Eleven more days. If the Red Sox wanted top outfield prospect Jackie Bradley Jr. to become a free agent after the 2019 season rather than 2018, all they had to do was keep him in the minors for 11 more days.
They didn’t wait. The lefty-swinging Bradley was in the lineup on Opening Day, against one of the toughest left-handed pitchers in the game, CC Sabathia. And while one game’s results mean virtually nothing, they did show what the Red Sox hope to get from the move: a team with more speed and athleticism than Boston’s had in years.
From 2010 through 2012, the Red Sox finished 24th in stolen bases and 28th in Baserunning Runs. Though those teams did field a speedy Jacoby Ellsbury type or two, these were also the teams of David Ortiz, Kevin Youkilis, and Adrian Gonzalez, patient, powerful hitters acquired to drive opposing pitchers insane and put a bunch of crooked numbers on the board. As long as those core hitters were swatting 25-plus homers and posting near-.400 OBPs, management could live with station-to-station baseball.
That didn’t happen last year. Racked by injuries and down years from several key players, the 2012 Sox ranked just 15th in homers. Far more surprising was their walk total. The team that for years carried ultra-patient hitters like Ortiz, Manny Ramirez, hell, the Greek God of Walks himself, suddenly stopped walking. Only the always walk-averse Royals totaled fewer bases on balls than the Red Sox, whose walk rate was a microscopic 6.9 percent.
Finding a superslugger on the open market who’d immediately inject 35 homers and 100 walks wasn’t going to happen — free agency, after all, is dying. But Shane Victorino was available. Over the past six seasons, Victorino ranked ninth among all players in steals (190) and fifth in Baserunning Runs (38.1). Meanwhile, new starting shortstop Jose Iglesias stole 32 bases in 261 minor league games, and more generally graded out as a plus base runner. Victorino and especially Iglesias figure to upgrade Boston’s baserunning ability, as well as the team’s perennially strong Red Sox defense.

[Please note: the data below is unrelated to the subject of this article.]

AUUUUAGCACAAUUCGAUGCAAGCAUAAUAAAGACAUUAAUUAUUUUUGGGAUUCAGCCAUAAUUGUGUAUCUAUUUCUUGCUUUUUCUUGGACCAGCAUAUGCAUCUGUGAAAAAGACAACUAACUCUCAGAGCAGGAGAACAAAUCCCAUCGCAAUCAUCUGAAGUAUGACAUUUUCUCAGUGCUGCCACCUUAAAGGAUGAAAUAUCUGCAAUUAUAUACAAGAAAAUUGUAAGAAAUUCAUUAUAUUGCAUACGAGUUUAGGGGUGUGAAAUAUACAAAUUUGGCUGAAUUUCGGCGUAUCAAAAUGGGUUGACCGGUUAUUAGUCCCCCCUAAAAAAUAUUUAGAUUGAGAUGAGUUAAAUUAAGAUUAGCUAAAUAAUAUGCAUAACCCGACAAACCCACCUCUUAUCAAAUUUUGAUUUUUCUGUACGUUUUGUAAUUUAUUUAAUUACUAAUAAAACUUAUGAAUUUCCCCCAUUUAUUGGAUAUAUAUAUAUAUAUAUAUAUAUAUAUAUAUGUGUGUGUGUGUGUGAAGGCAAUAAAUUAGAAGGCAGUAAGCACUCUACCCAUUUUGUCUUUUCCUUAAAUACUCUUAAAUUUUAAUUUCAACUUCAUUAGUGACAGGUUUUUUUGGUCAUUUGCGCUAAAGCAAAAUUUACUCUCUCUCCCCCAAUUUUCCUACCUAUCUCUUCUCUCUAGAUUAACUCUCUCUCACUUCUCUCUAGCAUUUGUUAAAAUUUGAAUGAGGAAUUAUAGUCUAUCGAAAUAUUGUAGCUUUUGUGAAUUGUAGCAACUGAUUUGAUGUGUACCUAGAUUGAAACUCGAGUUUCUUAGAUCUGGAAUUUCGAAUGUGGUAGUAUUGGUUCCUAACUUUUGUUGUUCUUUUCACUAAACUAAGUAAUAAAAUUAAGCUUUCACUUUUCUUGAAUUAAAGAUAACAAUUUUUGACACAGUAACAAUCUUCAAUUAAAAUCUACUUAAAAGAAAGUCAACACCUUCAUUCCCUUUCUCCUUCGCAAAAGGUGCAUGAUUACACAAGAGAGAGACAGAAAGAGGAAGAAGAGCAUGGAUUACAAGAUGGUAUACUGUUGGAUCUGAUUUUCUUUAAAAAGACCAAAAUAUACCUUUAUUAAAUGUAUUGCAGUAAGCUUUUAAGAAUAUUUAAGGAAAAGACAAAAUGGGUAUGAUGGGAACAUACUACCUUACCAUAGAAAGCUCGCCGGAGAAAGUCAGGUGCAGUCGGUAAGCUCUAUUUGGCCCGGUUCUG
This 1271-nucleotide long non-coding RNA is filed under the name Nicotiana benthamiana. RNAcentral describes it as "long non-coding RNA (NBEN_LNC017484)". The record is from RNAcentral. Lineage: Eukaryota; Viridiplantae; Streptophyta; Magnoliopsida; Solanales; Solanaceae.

On the other hand, Victorino is a mediocre hitter against right-handed pitching who, at age 32, is probably past his prime. Iglesias hit .264/.313/.314 in the minors; if the Sox can get Rey Ordonez–level offense from him, they’d probably take it.
In Bradley, the Sox get a player with speed (24 steals in 138 minor league games), athleticism, and defensive prowess, who also draws walks (91 BB and a .423 on-base percentage in 615 minor league plate appearances). Two and a half weeks shy of his 23rd birthday, he’s an intriguing source of upside for a team mostly comprised of veterans who’ve already reached whatever level of potential they were going to reach.
Those skills, and that upside, were on display Monday. In his first major league plate appearance, Bradley fell behind against Sabathia 0-2, only to work all the way back for a key walk, one that helped ignite a game-deciding, four-run rally. He’d go on to walk twice more on the day, a less impressive feat, given Yankees pitchers struggled with command all day and noted hacker Jarrod Saltalamacchia snared a hat trick of walks himself, but still a pretty notable accomplishment for a player’s major league debut. Neither Bradley nor any other Red Sock stole a base, but they did show off their speed when needed, with Bradley beating a throw to second off a chopper by Iglesias that scored the first run of that four-run second inning.
But the highlight of Bradley’s day came in the bottom of the third. With two outs and a man on second, Robinson Cano smashed a drive to deep left. Bradley, who came up through the minors as a center fielder and had little experience playing the slices that come with being a corner outfielder, raced back to the track, and in a near dead run, made a leaning, lunging catch to save a run, ending the inning, and squelching what might’ve become a game-changing Yankees rally.
Both the Red Sox and Bradley figure to have more of their share of struggles as the year wears on, Boston trying to rebound from its worst season in 47 years, and Bradley looking to avoid the many pitfalls that face rookies not named Trout or Harper. But for one day, Sox fans caught a glimpse of the future, when Bradley, Xander Bogaerts, and other top prospects take the reins from Ortiz and the other holdovers from Boston’s title teams. Given how miserably last season ended in Boston, these new memories can’t come soon enough.